I am using GridSearchCV for optimising my predictions and its been 5 hours now that the process is running.

I am running a fairly large dataset and I am afraid I have not optimised the parameters enough.


         Unnamed: 0           col1           col2           col3           col4          col5
count  8.886500e+05  888650.000000  888650.000000  888650.000000  888650.000000  888650.000000
mean   5.130409e+05       2.636784       3.845549       4.105381       1.554918       1.221922
std    2.998785e+05       2.296243       1.366518       3.285802       1.375791       1.233717
min    4.000000e+00       1.010000       1.010000       1.010000       0.000000       0.000000
25%    2.484332e+05       1.660000       3.230000       2.390000       1.000000       0.000000
50%    5.233705e+05       2.110000       3.480000       3.210000       1.000000       1.000000
75%    7.692788e+05       2.740000       3.950000       4.670000       2.000000       2.000000
max    1.097490e+06      90.580000      43.420000      99.250000      22.000000      24.000000

         Unnamed: 0      col1        col2        col3        col4        col5
count  390.000000  390.000000  390.000000  390.000000         0.0         0.0
mean   194.500000    3.393359    4.016821    3.761385         NaN         NaN
std    112.727548    4.504227    1.720292    3.479109         NaN         NaN
min      0.000000    1.020000    2.320000    1.020000         NaN         NaN
25%     97.250000    1.792500    3.272500    2.220000         NaN         NaN
50%    194.500000    2.270000    3.555000    3.055000         NaN         NaN
75%    291.750000    3.172500    4.060000    4.217500         NaN         NaN
max    389.000000   50.000000   18.200000   51.000000         NaN         NaN

The way I am using GridSearchCV is as follows:

rf_h = RandomForestRegressor()
rf_a = RandomForestRegressor()

# Using GridSearch for Optimisation
param_grid = {

'n_estimators': [200, 700],

'max_features': ['auto', 'sqrt', 'log2']

rf_g_h = GridSearchCV(estimator=rf_h, param_grid=param_grid, cv=3, n_jobs=-1)
rf_g_a = GridSearchCV(estimator=rf_a, param_grid=param_grid, cv=3, n_jobs=-1)

# Fitting dataframe to prediction engine
rf_g_h.fit(X_h, y_h)
rf_g_a.fit(X_a, y_a)

My questions are:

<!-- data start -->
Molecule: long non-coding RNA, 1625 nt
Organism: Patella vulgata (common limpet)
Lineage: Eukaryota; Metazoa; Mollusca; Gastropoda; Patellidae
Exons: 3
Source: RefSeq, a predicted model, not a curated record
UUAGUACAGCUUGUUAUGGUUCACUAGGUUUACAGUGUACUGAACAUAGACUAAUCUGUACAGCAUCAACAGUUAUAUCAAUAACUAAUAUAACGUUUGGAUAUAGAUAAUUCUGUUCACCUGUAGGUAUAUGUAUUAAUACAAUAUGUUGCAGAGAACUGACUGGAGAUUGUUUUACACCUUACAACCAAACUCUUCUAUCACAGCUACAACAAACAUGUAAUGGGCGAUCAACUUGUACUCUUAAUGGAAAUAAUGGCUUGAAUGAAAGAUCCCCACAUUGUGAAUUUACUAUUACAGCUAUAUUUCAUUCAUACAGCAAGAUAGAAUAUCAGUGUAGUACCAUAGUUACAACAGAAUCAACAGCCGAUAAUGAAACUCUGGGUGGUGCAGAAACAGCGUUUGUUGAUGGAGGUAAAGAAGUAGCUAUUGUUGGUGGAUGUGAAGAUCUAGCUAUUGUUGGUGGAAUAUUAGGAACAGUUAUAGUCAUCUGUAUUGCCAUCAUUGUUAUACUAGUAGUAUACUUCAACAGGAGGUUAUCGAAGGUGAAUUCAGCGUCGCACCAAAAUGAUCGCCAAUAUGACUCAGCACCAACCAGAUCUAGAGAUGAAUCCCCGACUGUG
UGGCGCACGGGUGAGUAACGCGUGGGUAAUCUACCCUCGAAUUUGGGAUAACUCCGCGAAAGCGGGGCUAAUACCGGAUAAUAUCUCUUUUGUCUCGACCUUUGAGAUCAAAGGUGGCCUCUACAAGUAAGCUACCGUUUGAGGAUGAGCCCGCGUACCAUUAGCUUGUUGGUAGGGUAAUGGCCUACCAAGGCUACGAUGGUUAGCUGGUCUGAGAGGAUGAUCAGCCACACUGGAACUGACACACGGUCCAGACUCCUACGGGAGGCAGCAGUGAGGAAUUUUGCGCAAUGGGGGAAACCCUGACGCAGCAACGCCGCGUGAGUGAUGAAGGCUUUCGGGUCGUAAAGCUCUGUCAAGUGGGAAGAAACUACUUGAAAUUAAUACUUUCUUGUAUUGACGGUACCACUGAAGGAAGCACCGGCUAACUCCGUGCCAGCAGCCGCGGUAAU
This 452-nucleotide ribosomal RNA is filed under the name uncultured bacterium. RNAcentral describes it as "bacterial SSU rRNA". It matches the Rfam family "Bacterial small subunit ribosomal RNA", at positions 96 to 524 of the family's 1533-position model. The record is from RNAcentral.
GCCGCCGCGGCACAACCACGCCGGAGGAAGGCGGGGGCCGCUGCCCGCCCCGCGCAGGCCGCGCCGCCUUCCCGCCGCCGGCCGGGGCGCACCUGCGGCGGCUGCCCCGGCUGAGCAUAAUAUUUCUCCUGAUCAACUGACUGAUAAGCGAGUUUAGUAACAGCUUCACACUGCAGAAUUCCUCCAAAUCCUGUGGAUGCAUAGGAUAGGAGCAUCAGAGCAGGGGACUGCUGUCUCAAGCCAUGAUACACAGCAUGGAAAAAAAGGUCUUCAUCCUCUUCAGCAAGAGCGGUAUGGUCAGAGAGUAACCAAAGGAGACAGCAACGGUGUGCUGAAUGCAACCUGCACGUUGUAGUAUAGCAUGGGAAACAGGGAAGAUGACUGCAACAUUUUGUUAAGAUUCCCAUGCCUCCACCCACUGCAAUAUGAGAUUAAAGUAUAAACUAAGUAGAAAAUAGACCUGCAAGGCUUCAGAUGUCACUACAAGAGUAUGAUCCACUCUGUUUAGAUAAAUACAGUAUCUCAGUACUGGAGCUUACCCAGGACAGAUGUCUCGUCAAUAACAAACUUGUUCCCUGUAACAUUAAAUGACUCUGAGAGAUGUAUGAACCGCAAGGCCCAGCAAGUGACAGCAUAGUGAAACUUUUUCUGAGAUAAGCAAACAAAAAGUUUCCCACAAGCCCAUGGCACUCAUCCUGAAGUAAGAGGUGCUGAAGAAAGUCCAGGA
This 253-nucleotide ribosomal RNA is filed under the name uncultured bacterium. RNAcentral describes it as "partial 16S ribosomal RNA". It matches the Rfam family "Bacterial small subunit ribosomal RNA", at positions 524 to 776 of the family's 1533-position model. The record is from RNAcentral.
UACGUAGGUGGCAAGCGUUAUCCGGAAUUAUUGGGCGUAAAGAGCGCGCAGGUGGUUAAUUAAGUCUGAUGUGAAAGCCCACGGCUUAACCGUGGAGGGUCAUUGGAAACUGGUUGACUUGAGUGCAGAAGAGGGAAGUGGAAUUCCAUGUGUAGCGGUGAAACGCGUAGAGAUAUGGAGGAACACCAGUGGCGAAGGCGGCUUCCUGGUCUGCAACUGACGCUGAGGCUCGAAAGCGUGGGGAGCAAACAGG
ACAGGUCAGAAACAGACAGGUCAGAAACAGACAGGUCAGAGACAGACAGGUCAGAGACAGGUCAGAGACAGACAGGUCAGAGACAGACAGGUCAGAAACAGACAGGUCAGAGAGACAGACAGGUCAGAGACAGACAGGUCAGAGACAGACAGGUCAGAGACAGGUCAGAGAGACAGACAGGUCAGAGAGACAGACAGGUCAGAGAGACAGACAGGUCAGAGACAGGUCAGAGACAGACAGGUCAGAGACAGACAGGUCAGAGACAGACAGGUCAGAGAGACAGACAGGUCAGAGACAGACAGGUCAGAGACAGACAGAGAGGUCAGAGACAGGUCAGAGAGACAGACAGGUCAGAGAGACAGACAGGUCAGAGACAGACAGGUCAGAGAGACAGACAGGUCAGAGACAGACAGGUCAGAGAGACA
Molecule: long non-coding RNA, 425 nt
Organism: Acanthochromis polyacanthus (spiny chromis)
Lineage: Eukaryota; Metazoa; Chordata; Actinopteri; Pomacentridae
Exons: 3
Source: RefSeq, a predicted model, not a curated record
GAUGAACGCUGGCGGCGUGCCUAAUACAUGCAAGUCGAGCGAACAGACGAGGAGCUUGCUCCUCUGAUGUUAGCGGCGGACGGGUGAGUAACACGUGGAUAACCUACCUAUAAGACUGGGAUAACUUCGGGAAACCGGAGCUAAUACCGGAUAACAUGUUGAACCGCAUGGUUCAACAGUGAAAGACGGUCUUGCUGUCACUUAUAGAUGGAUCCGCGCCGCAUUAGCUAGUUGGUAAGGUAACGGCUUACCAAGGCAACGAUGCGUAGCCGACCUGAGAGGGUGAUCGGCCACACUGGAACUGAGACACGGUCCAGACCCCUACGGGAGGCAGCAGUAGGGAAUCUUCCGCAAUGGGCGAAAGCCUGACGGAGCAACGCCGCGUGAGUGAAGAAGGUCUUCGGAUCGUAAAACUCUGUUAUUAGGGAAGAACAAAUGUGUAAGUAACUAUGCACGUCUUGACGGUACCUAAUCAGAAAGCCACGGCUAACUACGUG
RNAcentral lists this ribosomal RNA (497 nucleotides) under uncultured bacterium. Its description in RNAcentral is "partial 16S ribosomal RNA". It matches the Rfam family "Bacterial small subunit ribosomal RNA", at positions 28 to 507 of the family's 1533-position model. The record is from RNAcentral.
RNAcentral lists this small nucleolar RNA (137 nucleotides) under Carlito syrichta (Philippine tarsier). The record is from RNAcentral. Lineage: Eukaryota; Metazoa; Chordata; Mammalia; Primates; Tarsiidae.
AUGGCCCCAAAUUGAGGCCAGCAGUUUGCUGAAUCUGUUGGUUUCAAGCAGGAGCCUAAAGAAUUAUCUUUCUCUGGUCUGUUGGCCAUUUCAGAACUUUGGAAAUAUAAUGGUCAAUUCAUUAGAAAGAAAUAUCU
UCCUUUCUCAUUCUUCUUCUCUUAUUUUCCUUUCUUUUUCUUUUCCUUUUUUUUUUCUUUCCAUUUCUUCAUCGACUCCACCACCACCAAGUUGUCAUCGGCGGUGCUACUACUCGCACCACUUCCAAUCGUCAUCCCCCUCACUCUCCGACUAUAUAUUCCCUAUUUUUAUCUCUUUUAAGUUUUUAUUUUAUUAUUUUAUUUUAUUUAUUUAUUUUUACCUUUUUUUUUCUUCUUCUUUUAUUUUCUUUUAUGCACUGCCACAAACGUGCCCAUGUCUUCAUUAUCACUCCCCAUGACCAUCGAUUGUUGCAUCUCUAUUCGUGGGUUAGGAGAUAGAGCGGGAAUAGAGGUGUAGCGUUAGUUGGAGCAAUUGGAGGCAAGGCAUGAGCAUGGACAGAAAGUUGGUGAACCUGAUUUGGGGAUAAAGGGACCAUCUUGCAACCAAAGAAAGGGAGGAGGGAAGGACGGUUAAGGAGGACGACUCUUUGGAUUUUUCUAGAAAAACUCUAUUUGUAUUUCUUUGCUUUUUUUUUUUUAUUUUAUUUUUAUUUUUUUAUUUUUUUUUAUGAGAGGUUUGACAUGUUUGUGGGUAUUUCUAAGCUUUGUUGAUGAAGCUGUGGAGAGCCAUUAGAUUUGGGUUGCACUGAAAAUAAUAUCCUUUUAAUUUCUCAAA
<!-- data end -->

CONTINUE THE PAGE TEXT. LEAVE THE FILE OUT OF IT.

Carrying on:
1. How do I optimise GridSearchCV for multicore processing? I don't mind running the system all night long to get best_params_ but, somewhere it is being bottlenecked and I cannot seem to understand why?

Processor snapshot

  1. Am I using GridSearchCV correctly? How would I go about choosing param_grid for the best parameters because the whole point of this exercise is to get best_params_
  2. What could be an optimal start to exploring best parameters?

Without GrisSearchCV, and using defaults for RandomForestRegressor, the process completes in 10 minutes. I am running it for the first time on my dataset and I am curious of the results. I have a relatively capable computer running on Ryzen 7, 8 cores and a 32 GB RAM.

Edit: Corrected code as per suggestions. I saw a massive improvement from all night running with no output to improved output in 9 minutes

  • 1
    $\begingroup$ 2 options: use n_jobs = -1 so that all the available cores are used. Alternative using RandomizedGridSearch instead $\endgroup$ Jul 15 at 19:19
  • $\begingroup$ Yep, I tried that, surprisingly it was faster in 9 minutes. What should be my cv and n_estimators? $\endgroup$
    – PyNoob
    Jul 15 at 19:50

To extend my comment:

As I mentioned you can set the parameter n_jobs to -1 or instead using RandomizedGridSearch (which also receives n_jobs parameter)

Regarding to the parameter grid, I always select my grid so that the default values are included and from there, some values less and greater than the default (for continuous parameters) and the same logic for the categorical parameters.

Another heuristic would be to tune the parameters individually and using validation curves may help to find "adequate" parameters, so once you have found "the best" hyper parameters individually you can test the cv score using all those parameters that were found alone (and this might also give an idea of the range of parameters for which your model is performing well).

The later approach has of course drawbacks, like omitting the fact that a grid is multidimensional and the individual performance on one parameter may not be the "best" in combination with all the set of parameters.


Try Optuna which is relatively faster than GridSearchCV. Also n_jobs = -1 further reduces time. Another point is to tune parameters that matter. Not all parameters will give you maximum improvement in results. Read this blog for further info: https://blog.dataiku.com/narrowing-the-search-which-hyperparameters-really-matter


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